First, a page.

3D Digital Mammography Now Available in Kittitas County

11/1/2017

KVH Hospital has recently upgraded its mammography suite and equipment. With the support of The Foundation at KVH, 3D digital mammography with computer aided detection is now available locally.

3D digital mammography with computer aided detection is the most advanced mammography technology.  From a patient’s perspective, a 3D mammogram is the same as any other type of mammogram.  However, a 3D mammogram takes many more images of the breast tissue and recreates a digital 3D picture of the breast for the radiologist to examine. 

The newest 3D technology has been shown to detect cancers better and earlier than traditional film mammography and 2D digital mammography. In addition, women who have a 3D mammogram are less likely to have a false positive. A false positive occurs when a mammogram looks abnormal even though no cancer is present.  Most false positives result in additional follow-up mammograms.

“Though the procedure is the same, the new mammography unit makes the exam much more comfortable,” said KVH Director of Diagnostic Services Stacy Olea.  “The new unit uses all rounded corners to eliminate all of the sharp edges that you find on older models.” Other smaller touches to make the exam more comfortable include new plush robes and a more relaxing and soothing environment in the mammography suite.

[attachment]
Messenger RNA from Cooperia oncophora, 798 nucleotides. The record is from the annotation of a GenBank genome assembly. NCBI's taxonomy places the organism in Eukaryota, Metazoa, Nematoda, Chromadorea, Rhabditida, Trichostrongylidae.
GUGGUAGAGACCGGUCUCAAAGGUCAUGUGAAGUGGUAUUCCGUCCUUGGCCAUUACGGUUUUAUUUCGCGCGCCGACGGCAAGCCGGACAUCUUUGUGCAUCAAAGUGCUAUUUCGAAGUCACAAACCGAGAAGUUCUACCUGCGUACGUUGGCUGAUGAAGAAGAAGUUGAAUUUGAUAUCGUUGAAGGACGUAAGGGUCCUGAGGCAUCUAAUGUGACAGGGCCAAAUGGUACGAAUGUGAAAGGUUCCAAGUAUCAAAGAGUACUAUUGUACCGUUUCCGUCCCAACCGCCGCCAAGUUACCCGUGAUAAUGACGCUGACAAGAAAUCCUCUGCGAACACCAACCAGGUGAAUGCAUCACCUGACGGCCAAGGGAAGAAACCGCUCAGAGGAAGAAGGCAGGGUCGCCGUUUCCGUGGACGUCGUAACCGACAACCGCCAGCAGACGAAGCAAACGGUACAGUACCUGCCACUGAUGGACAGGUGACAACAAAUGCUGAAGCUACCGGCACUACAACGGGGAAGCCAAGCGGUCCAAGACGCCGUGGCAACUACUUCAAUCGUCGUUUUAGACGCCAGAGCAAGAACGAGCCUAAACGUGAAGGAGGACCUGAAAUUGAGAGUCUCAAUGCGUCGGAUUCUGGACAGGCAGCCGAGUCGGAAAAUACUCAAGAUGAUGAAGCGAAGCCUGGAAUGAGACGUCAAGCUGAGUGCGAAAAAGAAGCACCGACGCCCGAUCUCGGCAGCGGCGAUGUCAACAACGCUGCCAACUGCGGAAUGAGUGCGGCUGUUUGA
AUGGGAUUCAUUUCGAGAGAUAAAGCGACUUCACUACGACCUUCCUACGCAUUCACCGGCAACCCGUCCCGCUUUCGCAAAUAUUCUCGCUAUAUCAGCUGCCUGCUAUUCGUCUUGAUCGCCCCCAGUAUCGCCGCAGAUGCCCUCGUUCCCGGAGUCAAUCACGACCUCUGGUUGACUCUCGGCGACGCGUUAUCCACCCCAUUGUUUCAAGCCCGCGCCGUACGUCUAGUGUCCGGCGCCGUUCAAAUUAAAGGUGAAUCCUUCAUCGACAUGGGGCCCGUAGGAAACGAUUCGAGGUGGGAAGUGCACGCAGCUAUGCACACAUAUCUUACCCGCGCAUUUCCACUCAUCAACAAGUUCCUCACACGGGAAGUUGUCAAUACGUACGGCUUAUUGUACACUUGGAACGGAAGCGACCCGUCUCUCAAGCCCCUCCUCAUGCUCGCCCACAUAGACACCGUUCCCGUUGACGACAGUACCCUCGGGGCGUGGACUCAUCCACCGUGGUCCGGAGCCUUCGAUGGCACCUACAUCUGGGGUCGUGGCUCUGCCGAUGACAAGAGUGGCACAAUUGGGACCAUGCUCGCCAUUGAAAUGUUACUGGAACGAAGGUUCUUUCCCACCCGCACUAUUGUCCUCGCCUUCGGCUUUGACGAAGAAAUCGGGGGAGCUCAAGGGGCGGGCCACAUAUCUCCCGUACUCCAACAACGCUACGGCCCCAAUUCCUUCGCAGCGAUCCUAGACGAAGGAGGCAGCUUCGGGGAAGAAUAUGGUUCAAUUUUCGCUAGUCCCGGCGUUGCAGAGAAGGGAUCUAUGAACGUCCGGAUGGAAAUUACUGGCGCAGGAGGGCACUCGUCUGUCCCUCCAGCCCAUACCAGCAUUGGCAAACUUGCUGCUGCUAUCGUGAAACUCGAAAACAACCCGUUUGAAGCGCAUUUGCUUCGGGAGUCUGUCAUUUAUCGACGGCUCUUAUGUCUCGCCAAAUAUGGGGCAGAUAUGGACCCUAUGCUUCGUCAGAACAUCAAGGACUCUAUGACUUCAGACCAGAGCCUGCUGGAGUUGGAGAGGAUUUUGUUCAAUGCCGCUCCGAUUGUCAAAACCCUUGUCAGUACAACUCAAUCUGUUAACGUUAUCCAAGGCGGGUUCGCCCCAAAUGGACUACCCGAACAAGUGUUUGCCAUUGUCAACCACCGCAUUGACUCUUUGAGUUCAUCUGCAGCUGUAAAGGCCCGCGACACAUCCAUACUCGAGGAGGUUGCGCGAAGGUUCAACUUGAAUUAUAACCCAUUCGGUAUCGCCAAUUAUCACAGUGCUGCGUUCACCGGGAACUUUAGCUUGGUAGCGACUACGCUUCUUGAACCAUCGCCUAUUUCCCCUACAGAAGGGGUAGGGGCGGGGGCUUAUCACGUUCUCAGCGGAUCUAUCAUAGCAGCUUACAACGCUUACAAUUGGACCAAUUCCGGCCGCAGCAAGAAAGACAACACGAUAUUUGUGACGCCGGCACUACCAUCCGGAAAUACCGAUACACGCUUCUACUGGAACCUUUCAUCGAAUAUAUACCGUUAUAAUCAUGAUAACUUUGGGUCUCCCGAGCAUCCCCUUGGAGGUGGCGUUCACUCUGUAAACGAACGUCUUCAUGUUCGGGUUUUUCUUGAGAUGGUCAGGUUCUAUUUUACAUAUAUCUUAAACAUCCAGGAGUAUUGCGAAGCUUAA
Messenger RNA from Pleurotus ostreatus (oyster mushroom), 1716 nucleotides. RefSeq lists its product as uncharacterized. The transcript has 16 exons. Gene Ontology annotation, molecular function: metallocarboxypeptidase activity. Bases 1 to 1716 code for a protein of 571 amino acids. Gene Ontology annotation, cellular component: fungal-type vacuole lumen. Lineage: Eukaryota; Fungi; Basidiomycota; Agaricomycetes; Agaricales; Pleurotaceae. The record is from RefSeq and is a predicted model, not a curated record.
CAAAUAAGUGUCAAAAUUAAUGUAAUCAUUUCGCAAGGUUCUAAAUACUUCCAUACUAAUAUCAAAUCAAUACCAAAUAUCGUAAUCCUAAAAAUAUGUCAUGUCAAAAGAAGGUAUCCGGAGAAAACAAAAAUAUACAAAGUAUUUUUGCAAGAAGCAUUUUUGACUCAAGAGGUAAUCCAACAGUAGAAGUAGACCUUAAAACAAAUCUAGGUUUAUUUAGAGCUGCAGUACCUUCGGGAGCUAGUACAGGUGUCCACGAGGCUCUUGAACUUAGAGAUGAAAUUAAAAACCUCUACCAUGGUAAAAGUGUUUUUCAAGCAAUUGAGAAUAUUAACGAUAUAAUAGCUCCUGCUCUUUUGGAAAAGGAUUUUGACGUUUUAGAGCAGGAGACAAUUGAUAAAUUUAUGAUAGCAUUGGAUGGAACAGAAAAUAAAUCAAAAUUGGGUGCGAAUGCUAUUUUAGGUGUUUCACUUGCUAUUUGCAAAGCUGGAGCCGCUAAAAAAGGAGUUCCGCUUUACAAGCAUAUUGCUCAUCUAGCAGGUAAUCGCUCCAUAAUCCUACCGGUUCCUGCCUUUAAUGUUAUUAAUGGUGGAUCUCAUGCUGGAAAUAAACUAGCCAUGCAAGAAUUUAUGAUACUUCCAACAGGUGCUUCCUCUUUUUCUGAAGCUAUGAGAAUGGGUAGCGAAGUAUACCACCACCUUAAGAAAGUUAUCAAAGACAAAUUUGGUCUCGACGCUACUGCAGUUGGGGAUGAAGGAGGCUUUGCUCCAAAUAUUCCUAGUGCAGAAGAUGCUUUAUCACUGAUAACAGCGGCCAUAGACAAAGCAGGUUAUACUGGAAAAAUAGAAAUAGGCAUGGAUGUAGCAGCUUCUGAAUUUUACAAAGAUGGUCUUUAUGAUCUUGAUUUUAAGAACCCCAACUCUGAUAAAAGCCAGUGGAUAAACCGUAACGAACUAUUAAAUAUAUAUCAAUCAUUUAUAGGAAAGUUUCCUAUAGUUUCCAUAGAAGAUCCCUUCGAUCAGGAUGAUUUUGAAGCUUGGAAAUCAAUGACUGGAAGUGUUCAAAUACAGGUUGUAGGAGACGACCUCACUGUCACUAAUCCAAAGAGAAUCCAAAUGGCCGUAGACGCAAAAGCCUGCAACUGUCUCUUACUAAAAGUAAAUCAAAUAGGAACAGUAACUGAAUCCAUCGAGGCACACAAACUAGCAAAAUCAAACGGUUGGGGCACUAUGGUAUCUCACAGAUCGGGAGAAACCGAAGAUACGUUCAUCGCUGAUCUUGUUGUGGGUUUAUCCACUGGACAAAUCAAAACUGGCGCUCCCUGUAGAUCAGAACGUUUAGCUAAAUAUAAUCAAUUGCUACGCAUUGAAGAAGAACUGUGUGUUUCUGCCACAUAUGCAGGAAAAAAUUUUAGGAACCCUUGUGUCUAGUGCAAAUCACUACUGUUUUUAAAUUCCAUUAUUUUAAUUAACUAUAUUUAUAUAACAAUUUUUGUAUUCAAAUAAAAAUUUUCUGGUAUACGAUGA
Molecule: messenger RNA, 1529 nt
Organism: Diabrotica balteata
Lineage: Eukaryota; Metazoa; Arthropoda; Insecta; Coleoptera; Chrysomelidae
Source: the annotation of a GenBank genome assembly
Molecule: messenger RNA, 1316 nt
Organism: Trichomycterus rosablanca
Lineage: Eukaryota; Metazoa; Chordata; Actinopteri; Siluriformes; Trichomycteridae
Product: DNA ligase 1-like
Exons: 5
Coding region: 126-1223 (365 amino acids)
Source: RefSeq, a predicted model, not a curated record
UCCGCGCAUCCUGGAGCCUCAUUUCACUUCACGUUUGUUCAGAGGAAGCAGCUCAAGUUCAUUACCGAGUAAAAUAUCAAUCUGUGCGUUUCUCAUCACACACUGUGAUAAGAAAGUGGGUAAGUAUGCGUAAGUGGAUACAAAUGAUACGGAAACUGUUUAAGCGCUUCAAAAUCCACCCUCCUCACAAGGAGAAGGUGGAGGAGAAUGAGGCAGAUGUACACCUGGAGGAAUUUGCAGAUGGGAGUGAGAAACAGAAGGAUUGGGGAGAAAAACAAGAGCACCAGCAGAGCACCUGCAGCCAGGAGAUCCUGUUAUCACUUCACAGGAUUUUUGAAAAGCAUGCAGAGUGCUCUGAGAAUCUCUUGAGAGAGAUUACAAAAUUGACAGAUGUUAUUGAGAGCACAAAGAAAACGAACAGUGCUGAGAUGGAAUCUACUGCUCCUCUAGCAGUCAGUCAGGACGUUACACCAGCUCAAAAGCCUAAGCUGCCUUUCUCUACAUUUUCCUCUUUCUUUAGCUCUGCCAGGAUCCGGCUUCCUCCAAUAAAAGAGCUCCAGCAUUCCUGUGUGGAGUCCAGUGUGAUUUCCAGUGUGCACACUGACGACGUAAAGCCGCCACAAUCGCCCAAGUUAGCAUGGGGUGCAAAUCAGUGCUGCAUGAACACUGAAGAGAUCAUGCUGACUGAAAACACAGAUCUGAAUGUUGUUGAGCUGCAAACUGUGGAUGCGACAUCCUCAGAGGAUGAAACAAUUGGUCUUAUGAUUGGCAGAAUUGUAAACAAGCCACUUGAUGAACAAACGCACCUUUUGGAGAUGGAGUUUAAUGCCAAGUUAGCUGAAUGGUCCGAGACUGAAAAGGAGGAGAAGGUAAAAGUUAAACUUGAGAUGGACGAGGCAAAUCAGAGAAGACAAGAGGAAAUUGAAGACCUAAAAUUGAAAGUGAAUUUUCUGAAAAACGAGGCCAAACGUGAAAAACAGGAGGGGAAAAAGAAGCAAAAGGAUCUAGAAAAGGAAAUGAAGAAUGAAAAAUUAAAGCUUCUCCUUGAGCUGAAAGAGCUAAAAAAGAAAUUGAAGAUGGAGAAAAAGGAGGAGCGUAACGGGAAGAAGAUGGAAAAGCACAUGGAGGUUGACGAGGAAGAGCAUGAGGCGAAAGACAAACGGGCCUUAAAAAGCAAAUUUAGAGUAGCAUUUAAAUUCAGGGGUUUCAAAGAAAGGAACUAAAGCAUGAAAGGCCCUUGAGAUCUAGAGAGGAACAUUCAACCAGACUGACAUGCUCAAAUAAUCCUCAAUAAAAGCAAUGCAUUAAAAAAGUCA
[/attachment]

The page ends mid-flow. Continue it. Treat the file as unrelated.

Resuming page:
Bringing digital mammography to Kittitas County was the focus of The Foundation at KVH’s fundraising efforts in 2016. Over the course of the year, 180 private donors and businesses contributed nearly $80,000 towards the upgrade of the digital mammography equipment.  Of this total, $15,000 was donated by the KVH Auxiliary, which raises funds primarily through the operations of the Treasure Box Gift Shop and Espresso within the hospital. Activities with the Tough Enough to Wear Pink program generated another $5,000 of the total.

Several businesses contributed to the campaign by holding public events, including Puget Sound Energy, Iron Horse Brewery, and Gård Vintners.

Breast cancer is the second leading cause of cancer deaths among women in the United States. According to the Centers for Disease Control and Prevention, getting regular mammograms can lower the risk of dying from breast cancer.  Recommendations for how often women should receive mammography screening depend on a woman’s age, individual health, and family history of disease. Women should talk to their healthcare provider to determine a screening schedule that is right for them.

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